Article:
Unveiled back in January as the first all-new model in eleven years, in addition to being first in the nameplate’s 29 year history to offer seven-seats, Stellantis has officially taken the covers off of the new Jeep Grand Cherokee, minus the L suffix and with five seats.
Still carrying the WL internal moniker, the five-seat Grand continues to be based on the soon-to-depart Giorgio platform used by sibling as well as the Alfa Romeo Giulia, Stelvio and incoming Maserati Grecale, albeit with a change in dimensions.
While the overall width remains unchanged at 1 963 mm and the height at 1 816 mm, the Grand’s total length shrinks from 5 204 mm to 4 914 mm with its wheelbase contracting by 127 mm from 3 091 mm to 2 964 mm. Claimed boot space with all five seats in place stands at 1 068-litres.
In a departure from the L, the Cherokee will offer a choice of no less than seven trim levels; Laredo, Altitude, Limited, Overland, Trailhawk, Summit and Summit Reserve with the same trio of four-wheel-drive systems as its sibling; Quadra-Trac I, Quadra-Trac II and Quadra-Drive III with a low range transfer case standard fare.
As before, Jeep’s Selec-Terrain system remains with five modes; Auto, Mud/Sand, Snow Rock and Sport in addition to the automatically decoupling and recoupling front axle that turns the Grand Cherokee into a two-wheel-drive model in order to aid consumption.
Standard on Quadra-Drive III equipped models is an electronic limited slip differential with the off-road focused Trailhawk also coming as standard with the Quadra-Lift air suspension that raises ground clearance from 276 mm to 287 mm. Aimed at improving articulation on tough terrain, the Trailhawk also sports the rear sway bar disconnect.
Inside, the design of the interior mirrors that of the L with features, depending on the trim grade, consisting of a ten-inch colour Heads-Up Display, a 10.1-inch Uconnect touchscreen infotainment system with over-the-air updates, wireless Apple CarPlay and Android Auto, and heated and cooled first and second rows.
Carrying over the 10.3-inch digital instrument cluster as well as an optional 19-speaker, 950-watt McIntosh sound system, the Grand also sports a model exclusive 10.25-inch display on the passenger side with up to 12 USB scattered around the cabin.
The full array of safety and driver assistance systems, again depending on the trim level, comprises Rear Cross Traffic Alert, Night Vision with Pedestrian Detection, Park Assist, Driver Attention Alert, Autonomous Emergency Braking with Cyclist and Pedestrian Detection, Lane Keep Assist, Blind Spot Monitoring, Lane Departure Warning, surround-view camera and Intersection Collision Assist.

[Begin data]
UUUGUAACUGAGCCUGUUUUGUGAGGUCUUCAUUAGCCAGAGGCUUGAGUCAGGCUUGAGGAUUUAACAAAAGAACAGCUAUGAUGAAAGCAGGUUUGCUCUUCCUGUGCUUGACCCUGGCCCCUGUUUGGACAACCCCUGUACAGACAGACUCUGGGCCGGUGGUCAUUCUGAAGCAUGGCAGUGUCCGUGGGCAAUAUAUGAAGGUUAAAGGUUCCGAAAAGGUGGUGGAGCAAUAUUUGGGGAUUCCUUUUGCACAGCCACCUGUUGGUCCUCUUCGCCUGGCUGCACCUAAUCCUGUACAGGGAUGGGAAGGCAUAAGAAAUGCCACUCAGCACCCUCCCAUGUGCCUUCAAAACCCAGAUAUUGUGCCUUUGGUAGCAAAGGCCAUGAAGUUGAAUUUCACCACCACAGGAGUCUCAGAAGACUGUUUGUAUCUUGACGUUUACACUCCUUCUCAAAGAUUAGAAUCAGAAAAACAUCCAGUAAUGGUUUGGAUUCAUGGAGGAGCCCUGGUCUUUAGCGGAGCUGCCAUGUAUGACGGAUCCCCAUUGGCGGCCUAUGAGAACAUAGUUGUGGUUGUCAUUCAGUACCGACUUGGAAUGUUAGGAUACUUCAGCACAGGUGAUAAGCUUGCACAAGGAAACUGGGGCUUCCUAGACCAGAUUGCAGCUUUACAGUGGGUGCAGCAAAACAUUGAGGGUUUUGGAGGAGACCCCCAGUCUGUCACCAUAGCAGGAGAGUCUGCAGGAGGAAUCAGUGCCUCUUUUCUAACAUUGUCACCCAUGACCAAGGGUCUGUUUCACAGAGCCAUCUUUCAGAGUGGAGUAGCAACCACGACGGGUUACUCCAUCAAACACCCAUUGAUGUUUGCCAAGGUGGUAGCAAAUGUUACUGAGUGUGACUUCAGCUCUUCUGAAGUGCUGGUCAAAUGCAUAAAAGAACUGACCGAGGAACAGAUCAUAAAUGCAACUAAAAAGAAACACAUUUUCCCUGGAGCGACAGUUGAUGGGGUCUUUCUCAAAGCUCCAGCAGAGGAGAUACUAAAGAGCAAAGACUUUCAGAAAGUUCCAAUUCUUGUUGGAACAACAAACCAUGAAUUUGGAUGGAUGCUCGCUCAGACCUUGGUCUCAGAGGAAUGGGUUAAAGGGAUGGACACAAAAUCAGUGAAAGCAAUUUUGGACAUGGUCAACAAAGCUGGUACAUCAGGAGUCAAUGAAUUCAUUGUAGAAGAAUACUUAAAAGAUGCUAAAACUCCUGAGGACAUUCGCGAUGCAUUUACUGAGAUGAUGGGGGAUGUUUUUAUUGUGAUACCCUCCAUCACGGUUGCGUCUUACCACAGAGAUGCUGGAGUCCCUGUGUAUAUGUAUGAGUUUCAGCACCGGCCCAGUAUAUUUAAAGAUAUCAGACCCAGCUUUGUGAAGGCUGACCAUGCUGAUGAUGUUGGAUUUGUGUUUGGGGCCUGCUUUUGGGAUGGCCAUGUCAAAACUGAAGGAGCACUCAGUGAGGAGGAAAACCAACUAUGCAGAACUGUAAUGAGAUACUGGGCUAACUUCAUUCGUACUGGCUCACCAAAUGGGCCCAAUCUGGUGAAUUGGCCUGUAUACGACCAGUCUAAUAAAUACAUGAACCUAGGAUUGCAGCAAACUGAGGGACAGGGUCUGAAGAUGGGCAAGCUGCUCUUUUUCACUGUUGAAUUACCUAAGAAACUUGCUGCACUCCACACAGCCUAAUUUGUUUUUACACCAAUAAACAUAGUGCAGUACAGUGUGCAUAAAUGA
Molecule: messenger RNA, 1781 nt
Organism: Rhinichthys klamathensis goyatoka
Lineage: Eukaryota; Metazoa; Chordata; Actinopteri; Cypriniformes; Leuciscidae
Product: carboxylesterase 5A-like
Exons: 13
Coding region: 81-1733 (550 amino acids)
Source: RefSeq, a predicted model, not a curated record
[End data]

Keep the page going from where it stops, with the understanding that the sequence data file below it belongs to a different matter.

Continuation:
Compared to the L, the Grand’s biggest difference resides underneath the bonnet. Still offered with either the 3.6 Pentastar V6 that produces 216kW/350Nm or the 5.7 Hemi V8 rated at 266kW/530Nm, it comes with a third option in the shape of the plug-in hybrid 4xe.
A moniker already used on the Wrangler, Compass, Renegade and Chinese market Grand Commander, the powertrain, available on the Limited, Trailhawk, Overland, Summit and Summit Reserve, combines the 2.0-liter turbocharged petrol engine from the Wrangler, known as Hurricane, with a 17 kWh battery that powers an 400-volt electric motor for a total output of 280kW/637Nm.
Like the rest of the range, the unit is paired to an eight-speed automatic gearbox with Jeep claiming an all-electric range of 40 km and total distance of 708 km in combination of the petrol.
Unique to the 4xe are three driving modes known as E Selec; the default Hybrid, eSave that charges the battery using the internal combustion engine and Electric that relies solely on the battery and electric motor. Towing capacity for the 4xe is rated at 2 720 kg with the V6 able to haul 2 812 kg and the V8 a claimed 3 265 kg.
The arrival of the 4xe effectively also signals the end of the diesel model following Jeep’s shift away from oil-burners announcement at the beginning of this year. In addition, the newcomer won’t spawn a SRT derivative or indeed a replacement for the supercharged V8 Trackhawk.
Going on sale in the States from the final quarter of this year, the Grand Cherokee, like its sibling, will be built at Stellantis’ Mack Plant in Detroit with pricing to be announced later. Although planned for local introduction this year, expect South African sales to now only commence in 2022.